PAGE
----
Situated at a six-way interstate intersection with highway access to port and city, this building, when completed in late 2020, would be 15 minutes from 9.4 million residents. The design includes 28- to 32-foot ceiling heights, a two-lane ramp, a 130-foot truck court, 90 loading docks, 800-lb floor load capacity, a fenced perimeter, and onsite parking with 486 spaces. The building will also offer 55,000 sf of corporate office space.

“Innovo wanted something that would maximize the land, optimize the building, and would be adaptable for single and multiple tenants,” says Scot Murdoch, AIA, Partner at KSS.

In designing the facility, KSS and its development partners took into account the business audience, the state building codes for entrance and egress, the balance between total square footage and the number of truck docks needed, and even how to skin the building (its façade blends precast panels below and heavy-metal panels above).

Prologis, says Kolpa, hasn’t found much difference in the construction cost of multi- vs. single-story warehouses. (Prologis hasn’t revealed the cost for Georgetown Crossroads in Seattle). But Bennett of Ware Malcomb says the cost for a multistory warehouse in New York would run anywhere from $185 to $280 per sf, depending on how its rentable space is defined. That compares to a construction cost of between $60 to $110 per sf for a comparably located single-story warehouse.

Without revealing numbers, KSS’s Klimek and Murdoch say their cost estimates pencil out within Bennett’s range.

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KSS Architects has designed a two-story, 700,000-sf distribution center, 2505 Bruckner Boulevard, that could get started in 2019.

BETTER LOCATION, HIGHER RENTS?
Multistory warehouses nearer to urban centers are expected to be able to charge higher rents, although proof of that theory is still anecdotal.

Bennett believes higher rents can be justified by emphasizing that a vertical warehouse “provides tenants with a Class A opportunity, closer in.” He also notes that such warehouses are nearer job centers at a time when warehouse tenants in general are having a harder time hiring and retaining workers.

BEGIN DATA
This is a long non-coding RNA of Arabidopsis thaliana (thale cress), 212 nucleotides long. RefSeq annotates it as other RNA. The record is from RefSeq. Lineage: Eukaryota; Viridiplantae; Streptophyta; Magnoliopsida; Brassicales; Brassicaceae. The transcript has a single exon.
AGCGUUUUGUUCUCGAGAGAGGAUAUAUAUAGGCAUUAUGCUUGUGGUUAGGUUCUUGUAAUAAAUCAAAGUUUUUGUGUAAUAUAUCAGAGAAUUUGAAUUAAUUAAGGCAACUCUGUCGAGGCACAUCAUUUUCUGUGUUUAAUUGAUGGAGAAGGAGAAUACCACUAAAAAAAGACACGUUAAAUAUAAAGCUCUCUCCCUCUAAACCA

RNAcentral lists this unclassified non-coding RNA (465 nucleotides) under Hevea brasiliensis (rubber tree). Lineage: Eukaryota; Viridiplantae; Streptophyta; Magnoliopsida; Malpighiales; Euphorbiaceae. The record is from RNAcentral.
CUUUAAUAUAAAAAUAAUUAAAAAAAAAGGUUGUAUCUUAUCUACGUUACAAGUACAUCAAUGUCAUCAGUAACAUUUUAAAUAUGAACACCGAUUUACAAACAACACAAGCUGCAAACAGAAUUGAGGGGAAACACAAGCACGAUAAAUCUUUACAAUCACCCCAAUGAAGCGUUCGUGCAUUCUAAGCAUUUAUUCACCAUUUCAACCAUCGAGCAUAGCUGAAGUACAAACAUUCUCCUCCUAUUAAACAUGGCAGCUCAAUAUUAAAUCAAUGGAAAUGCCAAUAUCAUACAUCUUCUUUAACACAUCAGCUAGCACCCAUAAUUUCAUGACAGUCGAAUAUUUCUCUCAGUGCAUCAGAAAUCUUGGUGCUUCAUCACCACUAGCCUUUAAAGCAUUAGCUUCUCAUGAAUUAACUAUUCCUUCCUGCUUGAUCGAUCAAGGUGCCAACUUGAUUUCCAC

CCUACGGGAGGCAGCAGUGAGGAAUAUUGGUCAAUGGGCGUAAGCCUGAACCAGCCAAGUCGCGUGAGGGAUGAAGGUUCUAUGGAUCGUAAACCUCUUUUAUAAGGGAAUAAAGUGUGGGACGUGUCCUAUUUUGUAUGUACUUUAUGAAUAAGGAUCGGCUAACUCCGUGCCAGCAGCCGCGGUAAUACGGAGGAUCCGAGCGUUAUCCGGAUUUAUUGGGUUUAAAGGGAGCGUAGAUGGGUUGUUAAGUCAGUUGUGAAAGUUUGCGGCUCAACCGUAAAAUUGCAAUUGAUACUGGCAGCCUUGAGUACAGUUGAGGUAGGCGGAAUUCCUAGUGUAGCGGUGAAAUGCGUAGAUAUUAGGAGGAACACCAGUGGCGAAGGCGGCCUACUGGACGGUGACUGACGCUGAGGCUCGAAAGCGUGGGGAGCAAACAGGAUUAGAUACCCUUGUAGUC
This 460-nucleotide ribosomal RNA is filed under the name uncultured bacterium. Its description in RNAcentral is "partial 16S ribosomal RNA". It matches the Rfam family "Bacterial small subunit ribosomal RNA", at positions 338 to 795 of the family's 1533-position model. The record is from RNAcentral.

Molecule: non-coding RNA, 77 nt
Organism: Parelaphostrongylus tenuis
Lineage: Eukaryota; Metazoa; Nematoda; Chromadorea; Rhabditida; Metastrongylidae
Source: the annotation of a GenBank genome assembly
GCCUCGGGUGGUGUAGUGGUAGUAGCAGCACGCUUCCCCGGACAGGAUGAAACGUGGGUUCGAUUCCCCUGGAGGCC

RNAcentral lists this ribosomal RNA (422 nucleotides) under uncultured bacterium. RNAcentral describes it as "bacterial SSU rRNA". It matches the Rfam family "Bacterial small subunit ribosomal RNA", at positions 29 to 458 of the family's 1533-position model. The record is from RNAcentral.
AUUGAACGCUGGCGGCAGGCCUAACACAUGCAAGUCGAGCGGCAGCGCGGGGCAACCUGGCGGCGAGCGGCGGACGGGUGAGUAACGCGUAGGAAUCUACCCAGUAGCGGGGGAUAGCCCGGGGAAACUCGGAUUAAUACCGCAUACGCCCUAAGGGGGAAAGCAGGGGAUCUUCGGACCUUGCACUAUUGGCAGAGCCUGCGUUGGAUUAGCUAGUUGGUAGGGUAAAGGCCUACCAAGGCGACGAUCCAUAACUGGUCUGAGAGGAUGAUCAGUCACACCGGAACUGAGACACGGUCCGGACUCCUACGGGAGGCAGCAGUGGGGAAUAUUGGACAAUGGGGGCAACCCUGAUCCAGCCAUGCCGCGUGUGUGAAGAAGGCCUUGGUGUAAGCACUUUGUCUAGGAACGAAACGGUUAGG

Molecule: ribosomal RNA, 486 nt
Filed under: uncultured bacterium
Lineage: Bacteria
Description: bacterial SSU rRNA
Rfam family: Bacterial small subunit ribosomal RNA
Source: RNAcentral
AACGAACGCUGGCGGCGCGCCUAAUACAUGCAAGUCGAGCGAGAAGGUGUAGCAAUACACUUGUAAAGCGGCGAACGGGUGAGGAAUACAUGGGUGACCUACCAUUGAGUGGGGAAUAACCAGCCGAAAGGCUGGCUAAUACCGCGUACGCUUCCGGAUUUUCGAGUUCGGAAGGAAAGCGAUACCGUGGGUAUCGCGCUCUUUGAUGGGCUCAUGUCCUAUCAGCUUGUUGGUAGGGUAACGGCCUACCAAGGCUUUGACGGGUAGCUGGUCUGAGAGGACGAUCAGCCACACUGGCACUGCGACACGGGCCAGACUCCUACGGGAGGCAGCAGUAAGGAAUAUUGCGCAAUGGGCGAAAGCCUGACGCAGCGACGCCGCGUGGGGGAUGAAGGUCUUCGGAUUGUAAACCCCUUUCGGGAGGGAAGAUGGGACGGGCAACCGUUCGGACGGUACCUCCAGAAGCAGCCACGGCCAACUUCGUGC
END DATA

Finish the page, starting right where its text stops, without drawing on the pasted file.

What makes a multistory warehouse unique, says Bennett, is its “stacking and ramping” features that can handle 53-foot trailers. Ware Malcomb’s design also “future proofs” the building so that it can accommodate “vertical transportation” elements like robotic rovers for picking and drones for delivery. The façade will include solar panels to get the building as close to net zero energy consumption as possible. And its layout will be flexible enough to convert to more office space if warranted. Bennett anticipates that Red Hook’s third floor will be leased primarily for light manufacturing.

Prologis’s Seattle warehouse is equally flexible on each of its three floors, which can be subdivided. Its first two floors, with 24-foot and 28-foot clear space, respectively, have up to 100 dock-high doors available. The third floor is for build-to-suit office and maker spaces.

Kolpa was reticent about discussing where else Prologis is looking to build multistory warehouses. He would only confirm that a facility in San Francisco is “pending.”

It remains to be seen how broadly developers embrace this concept, particularly in markets like Texas where land is still plentiful and relatively affordable.

JLL reported last spring that a large parking lot near New York’s John F. Kennedy International Airport was in the planning stage to become a three-story warehouse. And KSS has two warehouse projects in the works in Washington, D.C., one of which would be multistory.

Klimek observes that while multistory warehouses are definitely a trend, they won’t be the be-all and end-all solution. “Multistory warehouses will continue to be site-specific,” he says.

amazon 4

amazon 5

The 2505 Bruckner Boulevard facility has 74 loading dock doors on the first level, with the second level for freight and office space.

Categories Narrative

Analyzing Business Opportunities